Arizona State and Federal Trucking Laws & Regulations

Arizona State and Federal Trucking Laws & Regulations

Every state has commercial trucking laws to protect other motorists on the road.

In Arizona, truckers must follow several state and federal regulations pertaining to the amount of time they can spend behind the wheel, the maximum weight they can haul, the maximum size of the truck, and more.

If you are injured in a semi-truck accident, our Mesa truck accident attorneys thoroughly investigate the incident to determine whether any laws were violated and where to place liability so we can fight for the compensation you deserve. Arizona trucking laws and federal trucking regulations are difficult to navigate. This is why you need an experienced truck accident lawyer at your side to investigate failures to follow the most basic transportation laws, including the following.

Hours of Service Rule

Under federal law, a truck driver can only operate their vehicle for a maximum of 11 continuous hours in a 14-hour workday. Then they must rest for 10 continuous hours before getting behind the wheel. The operator may not drive after 60 hours on duty in seven consecutive days, or after 70 hours on duty in eight consecutive days. They may restart the seven or eight-day period only after taking 34 or more hours off duty. Other rules apply to short-haul drivers or trucks that have two drivers and a sleeper cab.

Truck Accident

These laws are designed to prevent truck driver fatigue. Most commercial truck drivers are paid by the mile, incentivizing drivers to go as far as they possibly can each day. However, some drivers stay behind the wheel for longer than is safe. Combine driver fatigue with employer-mandated quotas and you can see how an accident can occur. Drivers must follow the hours of service rules set by the federal government. If you were injured in an accident where these regulations were violated, your case will be tried in a federal court rather than a state court. Both the driver and their employer can potentially be held negligent depending on the conditions of the accident and the details evidenced in the driver’s logbook.

Weight and Size Regulations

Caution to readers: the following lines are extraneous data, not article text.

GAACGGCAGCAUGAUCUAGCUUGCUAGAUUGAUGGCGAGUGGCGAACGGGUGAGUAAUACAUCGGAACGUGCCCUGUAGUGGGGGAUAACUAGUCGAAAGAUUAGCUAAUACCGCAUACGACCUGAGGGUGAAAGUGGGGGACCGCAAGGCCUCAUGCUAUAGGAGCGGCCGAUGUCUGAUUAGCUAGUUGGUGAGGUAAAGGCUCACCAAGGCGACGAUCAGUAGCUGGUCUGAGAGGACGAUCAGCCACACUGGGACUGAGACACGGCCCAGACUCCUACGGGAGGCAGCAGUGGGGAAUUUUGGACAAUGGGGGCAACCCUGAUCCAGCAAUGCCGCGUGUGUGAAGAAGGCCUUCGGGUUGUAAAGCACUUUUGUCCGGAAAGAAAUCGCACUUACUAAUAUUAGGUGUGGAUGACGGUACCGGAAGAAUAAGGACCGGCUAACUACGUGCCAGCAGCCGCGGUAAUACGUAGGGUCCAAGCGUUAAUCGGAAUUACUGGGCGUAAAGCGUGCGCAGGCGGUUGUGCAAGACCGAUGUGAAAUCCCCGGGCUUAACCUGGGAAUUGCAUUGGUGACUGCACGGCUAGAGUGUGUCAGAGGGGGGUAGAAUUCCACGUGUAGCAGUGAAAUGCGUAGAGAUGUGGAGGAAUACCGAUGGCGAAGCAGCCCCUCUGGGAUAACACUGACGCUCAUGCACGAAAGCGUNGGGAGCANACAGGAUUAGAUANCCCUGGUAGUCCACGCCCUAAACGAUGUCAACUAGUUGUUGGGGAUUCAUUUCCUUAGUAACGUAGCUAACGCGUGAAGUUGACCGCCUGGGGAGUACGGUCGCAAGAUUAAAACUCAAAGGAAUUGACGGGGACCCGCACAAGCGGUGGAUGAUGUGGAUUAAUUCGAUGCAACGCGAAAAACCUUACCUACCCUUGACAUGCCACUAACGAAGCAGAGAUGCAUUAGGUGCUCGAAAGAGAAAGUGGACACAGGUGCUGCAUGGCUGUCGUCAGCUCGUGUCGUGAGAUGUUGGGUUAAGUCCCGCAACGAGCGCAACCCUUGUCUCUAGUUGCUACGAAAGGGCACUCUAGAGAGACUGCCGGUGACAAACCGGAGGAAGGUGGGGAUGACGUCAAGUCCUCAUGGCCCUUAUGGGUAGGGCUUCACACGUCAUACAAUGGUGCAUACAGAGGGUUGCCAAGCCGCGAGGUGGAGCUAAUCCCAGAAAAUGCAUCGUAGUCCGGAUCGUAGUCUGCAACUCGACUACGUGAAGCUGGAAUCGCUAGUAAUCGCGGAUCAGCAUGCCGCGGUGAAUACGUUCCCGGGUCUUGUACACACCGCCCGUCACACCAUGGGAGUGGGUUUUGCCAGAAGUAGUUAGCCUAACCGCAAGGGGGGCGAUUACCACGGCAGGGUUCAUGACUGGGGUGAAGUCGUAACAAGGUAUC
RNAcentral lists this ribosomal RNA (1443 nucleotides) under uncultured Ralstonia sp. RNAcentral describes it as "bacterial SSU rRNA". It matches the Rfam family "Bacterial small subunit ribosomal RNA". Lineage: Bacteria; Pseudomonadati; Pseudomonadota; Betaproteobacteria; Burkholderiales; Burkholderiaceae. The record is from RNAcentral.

Arizona legal trucking loads are as follows:

  • Length: 65 feet
  • Width: 8 feet, 6 inches
  • Height: 14 feet
  • Weight: 80,000 pounds

Oversize shipping and Heavy Loads require a permit from the Arizona Department of Transportation, though they still must meet these restrictions:

  • Length: 120 feet
  • Width: 14 feet
  • Height: 16 feet
  • Weight: 250,000 pounds

Quality Control of the Vehicle

Commercial vehicles are regulated by state and federal governments as pertains to their manufacturing and repairs to ensure a high level of quality control. If your truck accident was the result of a defective part or equipment failure due to improper maintenance, you may have a claim against the manufacturer, supplier, or maintenance facility of the truck under product liability laws.

Commercial Licenses

If a truck driver is involved in an accident and is found to be lacking the proper license, both the owner and operator may be liable.

Hazardous Waste

There are several regulations in place governing the transport of hazardous materials. If you are in an accident with a truck hauling fuel, chemicals, or other HAZMAT, and the driver did not follow those regulations, you will need to hire a personal injury accident attorney to discuss filing a claim against all liable parties.

If you or a loved one has been injured in a trucking accident in Arizona, please call the Mesa personal injury attorneys at Skousen, Gulbrandsen & Patience, PLC for a free consultation. We will fight for compensation for your medical expenses, pain, and suffering, lost wages, lost earning capacity, and any other special damages.

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